I liked the concept – Merchant of Venice set in 1920s Manhattan – but I wasn’t sure it would work. Verdict: I loved it. The New York accent in the opening scene where Antonio complains he knows not why he is so sad, well, it’s priceless. And later, when that trader retells how Shylock cries out “my daw-ter, my ducets,” it’s too funny.
The overall complaint is that Merchant, in post-Holocaust Western society, is a difficult play. It is. But the Shakespeare Theater’s production dealt with the anti-Semitism without making excuses for it – it was uncomfortable, particularly when the Duke sentences Shylock to convert to Christianity or lose his life – but it was also in the context of a darker time, so as to allow the audience some separation.
I hadn’t read the play since college, maybe even high school, but I was struck by the disconnect between the two connected stories – the bargain between Shylock and Antonio, and the romance of Bassanio and Portia. When I read it before, Portia was much more calculating, she knew how she would trap Shylock. Here, she seemed to discover it as she read the law, as the hearing proceeded, and she was moved – not to mercy as she so famously champions – but to a strict adherence of the law, by Shylock’s claim that “I only want my bond.”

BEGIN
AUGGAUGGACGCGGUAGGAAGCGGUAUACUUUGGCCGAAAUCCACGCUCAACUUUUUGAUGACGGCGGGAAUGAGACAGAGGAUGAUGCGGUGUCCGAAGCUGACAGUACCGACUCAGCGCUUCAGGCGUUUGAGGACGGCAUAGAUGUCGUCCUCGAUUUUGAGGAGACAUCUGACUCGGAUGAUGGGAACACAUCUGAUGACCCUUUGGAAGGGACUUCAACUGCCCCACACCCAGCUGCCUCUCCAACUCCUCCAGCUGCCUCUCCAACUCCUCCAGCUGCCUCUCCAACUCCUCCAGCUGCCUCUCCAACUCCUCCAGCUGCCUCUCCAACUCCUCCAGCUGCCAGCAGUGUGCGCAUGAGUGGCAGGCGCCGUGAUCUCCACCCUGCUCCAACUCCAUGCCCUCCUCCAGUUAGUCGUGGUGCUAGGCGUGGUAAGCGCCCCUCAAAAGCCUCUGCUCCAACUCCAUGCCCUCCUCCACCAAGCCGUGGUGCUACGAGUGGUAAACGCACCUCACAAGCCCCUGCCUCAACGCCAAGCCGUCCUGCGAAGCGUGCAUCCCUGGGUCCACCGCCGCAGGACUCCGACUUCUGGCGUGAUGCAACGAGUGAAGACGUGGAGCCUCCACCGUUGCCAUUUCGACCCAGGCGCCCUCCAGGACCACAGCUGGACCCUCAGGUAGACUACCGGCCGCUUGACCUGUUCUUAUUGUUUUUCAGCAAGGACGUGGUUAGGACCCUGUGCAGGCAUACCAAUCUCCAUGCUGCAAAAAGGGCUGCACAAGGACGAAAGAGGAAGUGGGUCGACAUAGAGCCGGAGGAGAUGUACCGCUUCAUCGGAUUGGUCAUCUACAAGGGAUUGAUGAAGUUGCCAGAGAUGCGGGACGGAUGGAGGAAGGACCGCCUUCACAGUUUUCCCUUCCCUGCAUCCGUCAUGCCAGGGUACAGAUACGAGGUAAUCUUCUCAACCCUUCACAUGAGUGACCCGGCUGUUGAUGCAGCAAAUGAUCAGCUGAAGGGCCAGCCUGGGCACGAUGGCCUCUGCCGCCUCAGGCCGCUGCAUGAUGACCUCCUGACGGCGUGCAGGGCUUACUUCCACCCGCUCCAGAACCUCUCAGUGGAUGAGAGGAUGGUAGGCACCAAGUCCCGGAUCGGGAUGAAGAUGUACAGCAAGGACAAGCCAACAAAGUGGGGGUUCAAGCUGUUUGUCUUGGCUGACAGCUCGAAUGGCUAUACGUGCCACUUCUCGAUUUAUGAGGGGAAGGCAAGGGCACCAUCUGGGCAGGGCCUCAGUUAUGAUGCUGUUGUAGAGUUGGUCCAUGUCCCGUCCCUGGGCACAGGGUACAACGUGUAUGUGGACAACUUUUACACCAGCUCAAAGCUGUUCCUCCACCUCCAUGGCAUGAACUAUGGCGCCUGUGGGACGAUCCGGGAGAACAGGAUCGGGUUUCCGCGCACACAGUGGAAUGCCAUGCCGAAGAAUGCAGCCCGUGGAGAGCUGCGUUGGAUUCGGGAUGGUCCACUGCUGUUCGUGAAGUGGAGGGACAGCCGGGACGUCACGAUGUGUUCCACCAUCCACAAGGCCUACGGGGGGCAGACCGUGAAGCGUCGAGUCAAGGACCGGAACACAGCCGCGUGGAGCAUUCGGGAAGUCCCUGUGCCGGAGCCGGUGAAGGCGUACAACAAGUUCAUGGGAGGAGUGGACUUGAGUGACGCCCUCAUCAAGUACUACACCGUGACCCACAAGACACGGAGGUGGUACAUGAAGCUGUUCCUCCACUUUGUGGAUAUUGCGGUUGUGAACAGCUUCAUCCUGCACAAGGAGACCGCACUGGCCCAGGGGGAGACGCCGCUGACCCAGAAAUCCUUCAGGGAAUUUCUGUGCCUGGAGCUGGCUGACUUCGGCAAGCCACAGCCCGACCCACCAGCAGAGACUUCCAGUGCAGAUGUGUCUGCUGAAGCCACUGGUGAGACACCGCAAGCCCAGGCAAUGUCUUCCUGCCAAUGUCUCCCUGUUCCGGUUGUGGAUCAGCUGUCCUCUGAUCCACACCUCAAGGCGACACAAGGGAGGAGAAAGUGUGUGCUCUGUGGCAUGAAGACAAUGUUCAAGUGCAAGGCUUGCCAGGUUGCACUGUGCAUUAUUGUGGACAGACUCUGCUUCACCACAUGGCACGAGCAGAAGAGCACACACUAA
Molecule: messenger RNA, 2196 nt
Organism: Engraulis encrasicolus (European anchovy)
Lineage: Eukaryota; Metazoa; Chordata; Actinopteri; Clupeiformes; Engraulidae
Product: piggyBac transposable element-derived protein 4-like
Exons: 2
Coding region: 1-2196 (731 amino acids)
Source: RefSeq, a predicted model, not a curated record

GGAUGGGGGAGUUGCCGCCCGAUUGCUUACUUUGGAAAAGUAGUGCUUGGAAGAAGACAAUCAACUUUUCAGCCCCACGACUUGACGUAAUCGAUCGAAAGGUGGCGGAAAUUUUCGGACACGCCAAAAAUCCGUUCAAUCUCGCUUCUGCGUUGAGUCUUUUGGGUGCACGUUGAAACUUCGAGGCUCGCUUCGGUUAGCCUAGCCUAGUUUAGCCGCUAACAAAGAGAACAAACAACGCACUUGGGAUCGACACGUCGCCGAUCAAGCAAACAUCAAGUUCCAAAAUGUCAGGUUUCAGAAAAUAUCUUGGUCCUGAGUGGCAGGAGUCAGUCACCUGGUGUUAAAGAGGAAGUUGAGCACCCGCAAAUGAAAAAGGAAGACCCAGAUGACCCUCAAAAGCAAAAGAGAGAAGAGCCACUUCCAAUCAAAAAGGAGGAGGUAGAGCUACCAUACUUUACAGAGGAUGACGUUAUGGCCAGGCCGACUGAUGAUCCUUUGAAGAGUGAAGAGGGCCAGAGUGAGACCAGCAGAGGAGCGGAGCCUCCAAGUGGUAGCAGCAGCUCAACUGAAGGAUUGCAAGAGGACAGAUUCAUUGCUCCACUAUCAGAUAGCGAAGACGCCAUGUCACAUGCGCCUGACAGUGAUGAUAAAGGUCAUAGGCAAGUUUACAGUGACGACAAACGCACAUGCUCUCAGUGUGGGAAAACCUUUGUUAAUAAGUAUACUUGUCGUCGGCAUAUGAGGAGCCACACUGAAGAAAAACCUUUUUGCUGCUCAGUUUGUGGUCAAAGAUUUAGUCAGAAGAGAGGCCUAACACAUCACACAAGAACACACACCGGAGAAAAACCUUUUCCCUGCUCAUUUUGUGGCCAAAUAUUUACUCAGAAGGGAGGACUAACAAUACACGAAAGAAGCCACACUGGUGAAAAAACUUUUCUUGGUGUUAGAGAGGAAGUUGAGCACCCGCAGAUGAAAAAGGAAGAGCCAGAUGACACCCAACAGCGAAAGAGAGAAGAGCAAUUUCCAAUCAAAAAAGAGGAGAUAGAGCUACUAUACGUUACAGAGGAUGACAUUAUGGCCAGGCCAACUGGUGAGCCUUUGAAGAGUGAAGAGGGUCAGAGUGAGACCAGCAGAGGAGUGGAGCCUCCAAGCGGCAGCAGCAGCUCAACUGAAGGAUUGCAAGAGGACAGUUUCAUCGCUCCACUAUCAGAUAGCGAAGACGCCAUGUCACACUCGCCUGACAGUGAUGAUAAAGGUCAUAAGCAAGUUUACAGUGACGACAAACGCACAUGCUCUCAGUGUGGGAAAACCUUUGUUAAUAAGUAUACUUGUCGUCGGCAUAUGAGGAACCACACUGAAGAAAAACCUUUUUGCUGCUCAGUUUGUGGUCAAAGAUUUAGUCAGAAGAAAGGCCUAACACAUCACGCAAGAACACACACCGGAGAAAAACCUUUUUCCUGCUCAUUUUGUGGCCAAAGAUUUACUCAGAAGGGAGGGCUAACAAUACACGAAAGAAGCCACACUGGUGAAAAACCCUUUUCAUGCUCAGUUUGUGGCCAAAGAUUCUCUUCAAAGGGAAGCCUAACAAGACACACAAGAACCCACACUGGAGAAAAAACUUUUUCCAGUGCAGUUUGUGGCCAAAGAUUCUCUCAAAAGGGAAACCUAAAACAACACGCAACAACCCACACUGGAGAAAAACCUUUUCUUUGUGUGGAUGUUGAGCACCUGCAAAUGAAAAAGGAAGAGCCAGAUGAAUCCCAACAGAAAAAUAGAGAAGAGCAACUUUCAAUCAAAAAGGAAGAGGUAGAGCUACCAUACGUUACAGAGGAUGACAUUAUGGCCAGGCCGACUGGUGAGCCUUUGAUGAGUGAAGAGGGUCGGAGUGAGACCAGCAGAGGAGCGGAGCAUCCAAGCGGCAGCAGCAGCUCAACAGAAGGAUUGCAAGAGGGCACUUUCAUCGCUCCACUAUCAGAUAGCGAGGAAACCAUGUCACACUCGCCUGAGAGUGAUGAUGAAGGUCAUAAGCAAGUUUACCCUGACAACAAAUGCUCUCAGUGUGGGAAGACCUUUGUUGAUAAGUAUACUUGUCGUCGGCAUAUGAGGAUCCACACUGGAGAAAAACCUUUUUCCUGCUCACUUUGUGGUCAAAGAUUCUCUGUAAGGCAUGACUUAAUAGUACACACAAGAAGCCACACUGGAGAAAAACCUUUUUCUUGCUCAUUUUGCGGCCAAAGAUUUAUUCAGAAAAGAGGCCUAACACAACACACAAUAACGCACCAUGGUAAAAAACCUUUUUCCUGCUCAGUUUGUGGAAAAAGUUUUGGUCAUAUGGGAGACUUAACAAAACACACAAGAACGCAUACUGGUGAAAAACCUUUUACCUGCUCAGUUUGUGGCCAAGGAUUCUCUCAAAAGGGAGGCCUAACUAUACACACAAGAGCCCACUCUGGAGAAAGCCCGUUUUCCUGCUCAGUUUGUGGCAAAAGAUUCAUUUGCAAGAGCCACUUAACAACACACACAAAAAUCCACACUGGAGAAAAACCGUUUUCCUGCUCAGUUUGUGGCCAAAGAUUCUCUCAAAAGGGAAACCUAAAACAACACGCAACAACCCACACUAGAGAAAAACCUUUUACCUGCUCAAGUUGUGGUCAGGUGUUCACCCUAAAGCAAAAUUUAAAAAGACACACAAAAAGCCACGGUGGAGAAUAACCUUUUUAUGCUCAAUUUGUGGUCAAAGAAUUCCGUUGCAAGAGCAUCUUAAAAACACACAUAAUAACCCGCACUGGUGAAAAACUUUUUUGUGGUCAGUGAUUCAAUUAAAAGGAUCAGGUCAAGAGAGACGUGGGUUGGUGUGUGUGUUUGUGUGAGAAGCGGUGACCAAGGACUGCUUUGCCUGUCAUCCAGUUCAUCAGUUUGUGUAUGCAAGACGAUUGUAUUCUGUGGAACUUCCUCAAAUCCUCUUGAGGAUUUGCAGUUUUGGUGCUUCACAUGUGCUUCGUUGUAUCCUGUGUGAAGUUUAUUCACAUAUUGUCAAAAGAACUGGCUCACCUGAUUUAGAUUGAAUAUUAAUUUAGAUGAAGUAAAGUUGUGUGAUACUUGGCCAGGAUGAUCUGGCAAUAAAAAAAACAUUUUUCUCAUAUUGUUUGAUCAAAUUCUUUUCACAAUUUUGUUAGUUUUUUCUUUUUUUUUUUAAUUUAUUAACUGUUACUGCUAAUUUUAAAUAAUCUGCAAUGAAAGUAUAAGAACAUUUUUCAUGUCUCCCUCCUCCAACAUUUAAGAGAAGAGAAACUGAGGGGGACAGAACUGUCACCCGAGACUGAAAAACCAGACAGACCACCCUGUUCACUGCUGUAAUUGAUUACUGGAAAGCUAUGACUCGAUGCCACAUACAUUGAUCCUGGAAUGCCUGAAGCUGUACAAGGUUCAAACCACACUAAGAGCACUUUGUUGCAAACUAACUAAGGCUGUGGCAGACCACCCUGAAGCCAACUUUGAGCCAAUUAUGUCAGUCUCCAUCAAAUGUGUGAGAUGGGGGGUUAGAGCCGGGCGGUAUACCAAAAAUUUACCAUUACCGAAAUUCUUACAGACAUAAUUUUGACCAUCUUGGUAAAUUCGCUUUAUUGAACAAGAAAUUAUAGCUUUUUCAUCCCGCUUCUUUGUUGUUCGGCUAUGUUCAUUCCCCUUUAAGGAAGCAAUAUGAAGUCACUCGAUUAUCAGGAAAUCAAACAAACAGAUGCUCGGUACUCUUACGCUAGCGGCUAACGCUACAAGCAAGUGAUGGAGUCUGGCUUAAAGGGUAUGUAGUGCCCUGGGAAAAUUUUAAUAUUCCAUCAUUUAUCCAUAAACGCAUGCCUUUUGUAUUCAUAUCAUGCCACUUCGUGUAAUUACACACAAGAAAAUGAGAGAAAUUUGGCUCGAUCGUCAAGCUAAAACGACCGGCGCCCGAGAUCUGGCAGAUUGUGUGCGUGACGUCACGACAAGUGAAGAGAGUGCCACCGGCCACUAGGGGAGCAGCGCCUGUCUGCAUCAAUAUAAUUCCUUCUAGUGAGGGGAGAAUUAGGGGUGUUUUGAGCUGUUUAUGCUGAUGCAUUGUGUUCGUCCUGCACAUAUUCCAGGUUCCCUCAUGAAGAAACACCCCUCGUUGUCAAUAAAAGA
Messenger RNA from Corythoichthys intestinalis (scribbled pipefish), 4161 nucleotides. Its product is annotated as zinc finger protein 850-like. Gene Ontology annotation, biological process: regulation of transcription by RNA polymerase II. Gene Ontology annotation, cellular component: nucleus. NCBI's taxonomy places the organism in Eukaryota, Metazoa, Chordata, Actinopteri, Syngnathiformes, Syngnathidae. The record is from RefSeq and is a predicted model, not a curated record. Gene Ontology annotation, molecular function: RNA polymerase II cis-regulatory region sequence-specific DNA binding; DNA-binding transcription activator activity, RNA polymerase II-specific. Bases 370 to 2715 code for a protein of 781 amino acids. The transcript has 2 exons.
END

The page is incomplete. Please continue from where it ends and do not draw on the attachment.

In all, it walked the fine line and delivered an entertaining, yet thought-provoking performance. Not so disturbing as it might have been, but not light, either.